HEMDA. Let’s get acquainted.
About HEMDA and programs offered
HEMDA has been operating in Tel Aviv-Yafo since 1991. Initiated by the Rothschild Foundation (Keren Yad Hanadiv) in collaboration with the Tel Aviv-Yafo Municipality and the Weizmann Institute, our guidelines were set by an international committee of scientists and educators from Israel and abroad, chaired by Prof. Haim Harari, former head of the Weizmann Institute. Today the chair of our non-profit association’s board is the present president of the Weizmann Institute Prof. Daniel Zajfman. HEMDA was founded with the objective of creating a new model of a regional center for science education. HEMDA is responsible for science education for the upper secondary school level in Tel Aviv-Yafo, including preparation for the matriculation exams – the Bagrut.
The idea of HEMDA is to integrate a quality teaching team with state-of-the-art scientific-educational equipment in a unique building. All of these qualities in one location provide HEMDA students with the opportunity to study science at the highest levels, putting an end to the artificial isolation of theory from lab experiments. The building’s unique design melds education with innovative architecture and has won international acclaim.
The HEMDA building ensures that all studies take place under lab conditions, with every single classroom a multipurpose space enabling students to conduct experiments and use computers and enabling teachers the use of varied teaching and learning activities.
Instruction at HEMDA focuses on innovative and qualitative teaching strategies in chemistry and physics for the senior high school students who have chosen an intensified science program and for junior high school students excelling in physics.
HEMDA activities include preparation for the physics and chemistry matriculation exams, supplementary individual tutoring (at no extra cost), online assistance by teachers, elective courses, workshops, science study trips and lectures in scientific issues outside of the usual curriculum. We emphasize encouraging girls to study science and invite all students to compete in various competitions on the national and international levels.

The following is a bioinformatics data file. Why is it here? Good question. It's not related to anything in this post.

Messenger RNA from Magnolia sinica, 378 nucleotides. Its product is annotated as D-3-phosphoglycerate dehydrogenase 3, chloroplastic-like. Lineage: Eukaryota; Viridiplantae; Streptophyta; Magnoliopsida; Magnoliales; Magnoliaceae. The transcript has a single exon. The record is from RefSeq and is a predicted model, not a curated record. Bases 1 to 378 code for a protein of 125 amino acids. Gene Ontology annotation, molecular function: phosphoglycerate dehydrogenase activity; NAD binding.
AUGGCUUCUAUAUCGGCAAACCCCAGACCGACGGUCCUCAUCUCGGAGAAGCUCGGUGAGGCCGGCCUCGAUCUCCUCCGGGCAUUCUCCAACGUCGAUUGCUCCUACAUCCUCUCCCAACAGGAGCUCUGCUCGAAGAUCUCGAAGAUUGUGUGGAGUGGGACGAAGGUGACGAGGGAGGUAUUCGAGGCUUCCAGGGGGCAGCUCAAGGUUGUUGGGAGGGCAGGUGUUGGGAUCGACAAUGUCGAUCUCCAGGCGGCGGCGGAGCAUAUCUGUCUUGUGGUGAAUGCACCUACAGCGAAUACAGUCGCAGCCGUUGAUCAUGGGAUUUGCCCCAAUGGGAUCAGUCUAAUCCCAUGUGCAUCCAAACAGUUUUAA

HEMDA’s objectives are the use of innovative and original teaching methods for our matriculation curriculum enriched by many additional activities to get the material across in enjoyable ways. The regular classes are supplemented by optional activities (at no extra cost), including tutoring, workshops and courses for students who want to go further…
Chemistry and physics are the corner stones of all fields of science and technology – and the key to our world. The study of chemistry and physics means gaining a broad-based education, good study habits and flexible, innovative and creative thinking that make an invaluable contribution to the student throughout life. And beyond: matriculation in physics and chemistry are the entry ticket to science institutions and universities, engineering schools and the most sought-after programs in higher education. Doors open for a fascinating professional future in research into the structure of the universe, technological innovations, from medicine to quality of the environment through media and telecommunications, as well as the challenge of management in hi-tech enterprises.
HEMDA’s library subscribes to over 60 international scientific journals and publications, serving as a teacher development center for science teaching. Our staff conducts in-service workshops for teachers throughout the Tel Aviv and central region.
The Junior Scientist Project (“Hetz”) exposes junior high school students from the area to the sciences. Super-high achievers can join the Computational Science Program (“MoaH”) a new world field, widely hailed by scientists in Israel and abroad.
HEMDA is gearing up for activities as part of the 2005 International World Year of Physics, with special competitions (Clockworks, Photography contest depicting physics phenomena and the “walk on water” contest). Activities include HEMDA special events and interesting lectures, such as “Science in the Movies” as part of the centennial of Jules Verne’s death.